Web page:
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Amanda U. Ajuluchuku v. State of Maryland


November 1, 2012



Plaintiff Amanda Ajuluchuku is proceeding in this action pro se. This matter was referred to the undersigned in accordance with Local Rule 302(c)(21) and 28 U.S.C. § 636(b)(1). Plaintiff has requested leave to proceed in forma pauperis pursuant to 28 U.S.C. § 1915.

Plaintiff, however, has submitted an incomplete in forma pauperis application. Moreover, even if plaintiff had submitted a complete in forma pauperis application that made the showing required by 28 U.S.C. § 1915(a)(1), a determination that a plaintiff qualifies financially for in forma pauperis status does not complete the inquiry required by the statute. "'A district court may deny leave to proceed in forma pauperis at the outset if it appears from the face of the proposed complaint that the action is frivolous or without merit.'" Minetti v. Port of Seattle, 152 F.3d 1113, 1115 (9th Cir. 1998) (quoting Tripati v. First Nat. Bank & Trust, 821 F.2d 1368, 1370 (9th Cir. 1987)). See also Smart v. Heinze, 347 F.2d 114, 116 (9th Cir. 1965) ("It is the duty of the District Court to examine any application for leave to proceed in forma pauperis to determine whether the proposed proceeding has merit and if it appears that the proceeding is without merit, the court is bound to deny a motion seeking leave to proceed in forma pauperis."). Moreover, the court must dismiss an in forma pauperis case at any time if the allegation of poverty is found to be untrue or if it is determined that the action is frivolous or malicious, fails to state a claim on which relief may be granted, or seeks monetary relief against an immune defendant. See 28 U.S.C. § 1915(e)(2). A complaint is legally frivolous when it lacks an arguable basis in law or in fact. Neitzke v. Williams, 490 U.S. 319, 325 (1989); Franklin v. Murphy, 745 F.2d 1221, 1227-28 (9th Cir. 1984). Under this standard, a court must dismiss a complaint as frivolous where it is based on an indisputably meritless legal theory or where the factual contentions are clearly baseless. Neitzke, 490 U.S. at 327; 28 U.S.C. § 1915(e).

Plaintiff's first amended complaint alleges that on June 20, 2003, the defendant State of Maryland kidnaped plaintiff's 17-year old son. (Am. Compl. (Doc. No. 9) at 2.*fn1

Plaintiff alleges that after he filed a police report, the police department located plaintiff's son, but refused to return him to plaintiff. (Id.) According to plaintiff, since June 20, 2003, defendant State of Maryland has "hauled" plaintiff's son "back and forth to jail," raped him and forced "him to have sex with men dressed as women." (Id.) In his complaint plaintiff seeks $40,000,000, presumably as damages. (Id. at 5.)

Although plaintiff's amended complaint is deficient in several respects, perhaps the most problematic is that the named defendant is the State of Maryland. In general, the Eleventh Amendment bars suits against a state, absent the state's affirmative waiver of its immunity or congressional abrogation of that immunity. Pennhurst v. Halderman, 465 U.S. 89, 98-99 (1984); Simmons v. Sacramento County Superior Court, 318 F.3d 1156, 1161 (9th Cir. 2003); Yakama Indian Nation v. State of Wash. Dep't of Revenue, 176 F.3d 1241, 1245 (9th Cir. 1999); see also Krainski v. Nev. ex rel. Bd. of Regents of Nev. Sys. of Higher Educ., 616 F.3d 963, 967 (9th Cir. 2010) ("The Eleventh Amendment bars suits against the State or its agencies for all types of relief, absent unequivocal consent by the state."). "The State of Maryland has not waived its Eleventh Amendment immunity for section 1983 actions." Milligan v. Brady, No. RWT-10-2107, 2011 WL 1833346, at *2 (D. Md. May 13, 2011).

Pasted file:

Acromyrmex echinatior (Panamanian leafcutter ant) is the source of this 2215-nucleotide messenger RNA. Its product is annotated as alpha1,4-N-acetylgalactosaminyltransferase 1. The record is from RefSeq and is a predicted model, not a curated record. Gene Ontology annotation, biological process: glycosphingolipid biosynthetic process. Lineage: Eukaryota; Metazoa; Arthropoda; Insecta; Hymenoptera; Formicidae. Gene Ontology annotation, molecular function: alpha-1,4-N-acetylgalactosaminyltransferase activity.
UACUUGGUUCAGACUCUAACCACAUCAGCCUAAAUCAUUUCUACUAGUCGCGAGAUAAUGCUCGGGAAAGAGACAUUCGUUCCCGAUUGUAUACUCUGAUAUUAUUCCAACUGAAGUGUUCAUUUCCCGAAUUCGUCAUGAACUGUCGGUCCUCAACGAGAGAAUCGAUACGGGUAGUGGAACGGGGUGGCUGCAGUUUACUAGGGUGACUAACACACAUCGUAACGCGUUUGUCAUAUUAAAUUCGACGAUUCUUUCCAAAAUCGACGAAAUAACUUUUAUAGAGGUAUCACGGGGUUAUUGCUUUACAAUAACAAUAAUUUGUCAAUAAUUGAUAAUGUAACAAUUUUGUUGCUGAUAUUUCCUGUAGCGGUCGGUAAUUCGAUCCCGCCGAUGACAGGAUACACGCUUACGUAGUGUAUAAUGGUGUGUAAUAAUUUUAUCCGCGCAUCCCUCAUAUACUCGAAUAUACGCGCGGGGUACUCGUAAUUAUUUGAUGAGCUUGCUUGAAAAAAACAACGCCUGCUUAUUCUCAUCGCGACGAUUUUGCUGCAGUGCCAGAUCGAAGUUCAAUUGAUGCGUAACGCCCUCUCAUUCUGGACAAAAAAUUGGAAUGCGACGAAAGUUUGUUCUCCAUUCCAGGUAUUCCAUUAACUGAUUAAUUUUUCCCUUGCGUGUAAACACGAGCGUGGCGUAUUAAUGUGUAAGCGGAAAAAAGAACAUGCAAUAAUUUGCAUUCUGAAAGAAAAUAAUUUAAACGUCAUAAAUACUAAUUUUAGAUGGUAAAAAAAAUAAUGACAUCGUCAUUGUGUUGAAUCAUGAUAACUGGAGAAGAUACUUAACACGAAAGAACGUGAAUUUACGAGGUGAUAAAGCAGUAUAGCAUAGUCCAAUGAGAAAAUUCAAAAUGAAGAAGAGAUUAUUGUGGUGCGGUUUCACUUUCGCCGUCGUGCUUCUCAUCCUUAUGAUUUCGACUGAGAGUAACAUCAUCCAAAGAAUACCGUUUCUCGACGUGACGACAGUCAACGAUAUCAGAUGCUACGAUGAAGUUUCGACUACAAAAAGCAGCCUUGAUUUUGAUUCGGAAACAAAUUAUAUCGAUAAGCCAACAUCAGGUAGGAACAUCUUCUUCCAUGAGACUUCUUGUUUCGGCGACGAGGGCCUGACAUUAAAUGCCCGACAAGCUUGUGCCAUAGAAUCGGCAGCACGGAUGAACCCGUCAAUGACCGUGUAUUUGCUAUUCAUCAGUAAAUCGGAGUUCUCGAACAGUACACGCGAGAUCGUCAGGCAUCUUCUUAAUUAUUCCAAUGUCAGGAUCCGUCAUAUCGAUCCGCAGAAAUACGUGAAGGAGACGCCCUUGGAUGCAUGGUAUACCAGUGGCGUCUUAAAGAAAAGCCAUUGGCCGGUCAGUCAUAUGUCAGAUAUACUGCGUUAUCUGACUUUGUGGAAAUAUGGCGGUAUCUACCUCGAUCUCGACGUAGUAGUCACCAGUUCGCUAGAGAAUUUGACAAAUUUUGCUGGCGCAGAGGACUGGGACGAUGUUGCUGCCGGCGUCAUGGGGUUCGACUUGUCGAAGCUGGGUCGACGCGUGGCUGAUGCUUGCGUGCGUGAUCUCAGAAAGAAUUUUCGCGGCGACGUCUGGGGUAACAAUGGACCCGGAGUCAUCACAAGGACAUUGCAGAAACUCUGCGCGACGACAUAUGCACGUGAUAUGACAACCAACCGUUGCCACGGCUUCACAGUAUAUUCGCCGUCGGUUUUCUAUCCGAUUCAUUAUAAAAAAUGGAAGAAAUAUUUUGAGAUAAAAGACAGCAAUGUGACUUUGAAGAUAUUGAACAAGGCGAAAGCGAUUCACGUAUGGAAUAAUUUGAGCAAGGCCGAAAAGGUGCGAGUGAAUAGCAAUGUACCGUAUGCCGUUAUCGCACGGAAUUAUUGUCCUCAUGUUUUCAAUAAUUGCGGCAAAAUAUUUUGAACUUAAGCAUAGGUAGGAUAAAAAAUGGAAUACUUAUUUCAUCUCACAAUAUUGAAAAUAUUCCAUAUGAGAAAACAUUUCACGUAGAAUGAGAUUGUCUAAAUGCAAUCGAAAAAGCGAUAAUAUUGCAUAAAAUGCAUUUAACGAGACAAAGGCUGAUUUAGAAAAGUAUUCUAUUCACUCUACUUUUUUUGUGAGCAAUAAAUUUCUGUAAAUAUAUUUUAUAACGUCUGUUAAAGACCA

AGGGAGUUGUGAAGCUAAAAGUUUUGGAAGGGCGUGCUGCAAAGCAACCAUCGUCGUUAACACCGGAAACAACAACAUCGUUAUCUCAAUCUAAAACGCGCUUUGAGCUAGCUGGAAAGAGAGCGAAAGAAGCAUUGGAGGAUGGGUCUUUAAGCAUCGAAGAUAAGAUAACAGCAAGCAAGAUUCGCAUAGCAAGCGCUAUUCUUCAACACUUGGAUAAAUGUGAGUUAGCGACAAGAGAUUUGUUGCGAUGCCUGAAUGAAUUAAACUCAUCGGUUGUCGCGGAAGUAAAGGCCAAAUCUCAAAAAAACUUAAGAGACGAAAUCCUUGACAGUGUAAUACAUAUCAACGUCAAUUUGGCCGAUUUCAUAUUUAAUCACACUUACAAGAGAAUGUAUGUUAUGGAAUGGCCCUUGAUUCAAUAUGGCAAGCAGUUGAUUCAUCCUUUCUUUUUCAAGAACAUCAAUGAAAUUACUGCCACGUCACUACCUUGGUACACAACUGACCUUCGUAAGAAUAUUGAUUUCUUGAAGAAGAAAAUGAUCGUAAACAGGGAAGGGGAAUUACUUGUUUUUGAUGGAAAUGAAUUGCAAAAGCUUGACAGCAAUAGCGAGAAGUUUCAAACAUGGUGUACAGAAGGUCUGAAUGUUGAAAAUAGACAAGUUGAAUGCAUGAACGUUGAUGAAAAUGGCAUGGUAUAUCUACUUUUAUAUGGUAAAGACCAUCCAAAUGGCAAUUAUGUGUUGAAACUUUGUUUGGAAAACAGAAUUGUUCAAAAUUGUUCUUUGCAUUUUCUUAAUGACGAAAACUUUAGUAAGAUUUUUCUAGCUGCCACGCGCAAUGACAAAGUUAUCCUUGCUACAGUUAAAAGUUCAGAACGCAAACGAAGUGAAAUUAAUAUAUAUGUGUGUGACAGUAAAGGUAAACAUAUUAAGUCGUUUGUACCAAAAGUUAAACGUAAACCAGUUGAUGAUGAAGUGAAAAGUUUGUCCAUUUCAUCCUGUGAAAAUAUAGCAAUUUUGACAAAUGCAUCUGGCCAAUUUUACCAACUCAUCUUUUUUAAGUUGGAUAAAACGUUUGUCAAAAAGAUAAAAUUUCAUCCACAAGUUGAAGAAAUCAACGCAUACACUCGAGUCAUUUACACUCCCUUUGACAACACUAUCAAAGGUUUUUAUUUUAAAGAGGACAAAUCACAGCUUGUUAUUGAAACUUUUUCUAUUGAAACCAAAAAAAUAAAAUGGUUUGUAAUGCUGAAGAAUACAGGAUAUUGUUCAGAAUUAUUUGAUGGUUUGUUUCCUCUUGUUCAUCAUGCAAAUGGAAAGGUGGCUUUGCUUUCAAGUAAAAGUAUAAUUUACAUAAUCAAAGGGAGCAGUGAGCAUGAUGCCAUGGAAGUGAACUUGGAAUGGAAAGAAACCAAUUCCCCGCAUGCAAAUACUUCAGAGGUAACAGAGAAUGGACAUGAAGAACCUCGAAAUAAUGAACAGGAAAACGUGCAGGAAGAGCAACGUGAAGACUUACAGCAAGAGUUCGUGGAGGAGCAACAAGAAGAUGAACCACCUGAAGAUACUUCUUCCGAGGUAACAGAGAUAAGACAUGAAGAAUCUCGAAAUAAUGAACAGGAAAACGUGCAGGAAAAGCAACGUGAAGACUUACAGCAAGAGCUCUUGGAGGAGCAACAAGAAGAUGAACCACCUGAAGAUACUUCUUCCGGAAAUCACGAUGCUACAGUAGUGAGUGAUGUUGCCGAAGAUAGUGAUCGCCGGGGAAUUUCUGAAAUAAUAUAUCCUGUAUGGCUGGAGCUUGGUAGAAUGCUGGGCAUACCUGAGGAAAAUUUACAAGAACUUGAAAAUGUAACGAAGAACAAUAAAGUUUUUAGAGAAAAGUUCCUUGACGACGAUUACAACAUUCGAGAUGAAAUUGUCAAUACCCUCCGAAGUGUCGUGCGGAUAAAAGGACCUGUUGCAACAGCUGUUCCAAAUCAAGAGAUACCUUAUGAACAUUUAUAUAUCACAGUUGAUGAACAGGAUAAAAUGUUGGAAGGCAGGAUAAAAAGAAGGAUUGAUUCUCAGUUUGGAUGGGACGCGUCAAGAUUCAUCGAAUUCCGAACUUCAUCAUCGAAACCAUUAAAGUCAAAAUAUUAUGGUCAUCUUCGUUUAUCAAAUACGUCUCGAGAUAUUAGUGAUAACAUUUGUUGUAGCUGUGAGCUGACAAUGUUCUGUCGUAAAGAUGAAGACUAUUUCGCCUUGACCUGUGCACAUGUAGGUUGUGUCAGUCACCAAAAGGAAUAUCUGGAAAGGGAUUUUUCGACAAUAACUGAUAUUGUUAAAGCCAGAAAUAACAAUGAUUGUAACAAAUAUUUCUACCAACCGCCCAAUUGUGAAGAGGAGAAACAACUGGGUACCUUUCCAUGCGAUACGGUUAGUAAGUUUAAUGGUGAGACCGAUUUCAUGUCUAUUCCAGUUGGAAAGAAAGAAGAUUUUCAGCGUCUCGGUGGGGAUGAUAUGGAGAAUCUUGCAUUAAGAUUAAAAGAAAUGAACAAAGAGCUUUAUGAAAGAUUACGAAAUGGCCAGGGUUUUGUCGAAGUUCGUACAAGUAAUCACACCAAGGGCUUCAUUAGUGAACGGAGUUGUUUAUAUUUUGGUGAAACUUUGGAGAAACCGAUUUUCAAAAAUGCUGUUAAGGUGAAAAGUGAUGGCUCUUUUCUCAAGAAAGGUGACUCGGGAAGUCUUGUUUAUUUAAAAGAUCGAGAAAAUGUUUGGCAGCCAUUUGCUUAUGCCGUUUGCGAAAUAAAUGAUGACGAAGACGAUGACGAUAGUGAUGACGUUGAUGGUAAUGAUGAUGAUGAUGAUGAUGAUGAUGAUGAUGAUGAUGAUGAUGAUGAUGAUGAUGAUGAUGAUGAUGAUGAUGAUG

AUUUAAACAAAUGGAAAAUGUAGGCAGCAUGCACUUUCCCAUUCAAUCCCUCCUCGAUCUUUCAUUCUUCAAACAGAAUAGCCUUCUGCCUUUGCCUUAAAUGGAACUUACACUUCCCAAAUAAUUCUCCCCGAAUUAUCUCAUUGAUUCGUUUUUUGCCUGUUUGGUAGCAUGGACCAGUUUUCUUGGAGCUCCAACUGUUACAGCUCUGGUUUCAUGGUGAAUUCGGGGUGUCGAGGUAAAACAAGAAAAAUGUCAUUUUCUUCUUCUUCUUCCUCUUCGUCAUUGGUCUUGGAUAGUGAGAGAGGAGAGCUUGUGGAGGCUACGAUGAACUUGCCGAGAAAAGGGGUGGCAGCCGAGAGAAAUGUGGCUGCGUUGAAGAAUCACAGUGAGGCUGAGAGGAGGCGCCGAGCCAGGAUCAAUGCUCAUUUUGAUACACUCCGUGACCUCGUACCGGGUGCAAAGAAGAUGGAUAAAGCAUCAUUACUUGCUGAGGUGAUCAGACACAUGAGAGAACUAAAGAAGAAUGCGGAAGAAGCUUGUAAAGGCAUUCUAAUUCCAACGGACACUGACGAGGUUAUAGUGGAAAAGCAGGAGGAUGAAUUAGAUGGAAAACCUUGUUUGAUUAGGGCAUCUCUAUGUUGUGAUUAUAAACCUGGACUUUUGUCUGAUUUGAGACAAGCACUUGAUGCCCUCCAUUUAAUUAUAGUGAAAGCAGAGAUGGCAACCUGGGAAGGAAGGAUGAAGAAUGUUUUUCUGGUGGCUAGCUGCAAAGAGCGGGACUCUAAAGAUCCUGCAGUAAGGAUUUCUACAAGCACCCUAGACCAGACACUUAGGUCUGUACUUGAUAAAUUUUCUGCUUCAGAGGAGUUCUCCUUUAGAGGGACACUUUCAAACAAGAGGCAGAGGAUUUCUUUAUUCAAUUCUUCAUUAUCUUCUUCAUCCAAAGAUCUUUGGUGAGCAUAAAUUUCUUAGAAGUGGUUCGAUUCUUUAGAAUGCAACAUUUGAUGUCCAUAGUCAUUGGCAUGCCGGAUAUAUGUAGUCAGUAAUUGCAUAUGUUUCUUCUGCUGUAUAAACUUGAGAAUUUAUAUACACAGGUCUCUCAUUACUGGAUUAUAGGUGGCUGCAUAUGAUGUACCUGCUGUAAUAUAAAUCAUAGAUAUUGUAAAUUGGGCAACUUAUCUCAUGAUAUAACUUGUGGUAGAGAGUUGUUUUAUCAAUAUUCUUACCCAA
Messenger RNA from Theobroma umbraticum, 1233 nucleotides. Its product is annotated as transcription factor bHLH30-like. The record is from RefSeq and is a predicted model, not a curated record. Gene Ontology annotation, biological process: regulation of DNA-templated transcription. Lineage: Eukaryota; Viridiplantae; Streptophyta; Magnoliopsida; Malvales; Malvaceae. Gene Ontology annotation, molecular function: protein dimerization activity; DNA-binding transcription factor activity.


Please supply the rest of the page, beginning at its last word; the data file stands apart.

The Eleventh Amendment also bars federal suits, whether seeking damages or injunctive relief, against state officials where the state is the real party in interest. Pennhurst, 465 U.S. at 101-02. "Eleventh Amendment immunity also shields state officials from official capacity suits." Krainski, 616 F.3d at 967.

Thus, plaintiff's amended complaint fails to state a claim on which relief may be granted. The court has carefully considered whether plaintiff may amend her complaint to state a claim upon which relief can be granted. "Valid reasons for denying leave to amend include undue delay, bad faith, prejudice, and futility." California Architectural Bldg. Prod. v. Franciscan Ceramics, 818 F.2d 1466, 1472 (9th Cir. 1988). See also Klamath-Lake Pharm. Ass'n v. Klamath Med. Serv. Bureau, 701 F.2d 1276, 1293 (9th Cir. 1983) (holding that while leave to amend shall be freely given, the court does not have to allow futile amendments). In light of the obvious deficiency noted above, the court finds that it would be futile to grant plaintiff leave to amend.*fn2

Accordingly, IT IS HEREBY RECOMMENDED that: 1. Plaintiff's June 15, 2012 application to proceed in forma pauperis (Doc. No. 3) be denied;

2. Plaintiff's September 24, 2012 amended complaint (Doc. No. 9) be dismissed without leave to amend; and

3. This action be closed.

These findings and recommendations will be submitted to the United States District Judge assigned to the case, pursuant to the provisions of 28 U.S.C. § 636(b)(1). Within fourteen (14) days after being served with these findings and recommendations, plaintiff may file written objections with the court. A document containing objections should be titled "Objections to Magistrate Judge's Findings and Recommendations." Plaintiff is advised that failure to file objections within the specified time may, under certain circumstances, waive the right to appeal the District Court's order. See Martinez v. Ylst, 951 F.2d 1153 (9th Cir. 1991).

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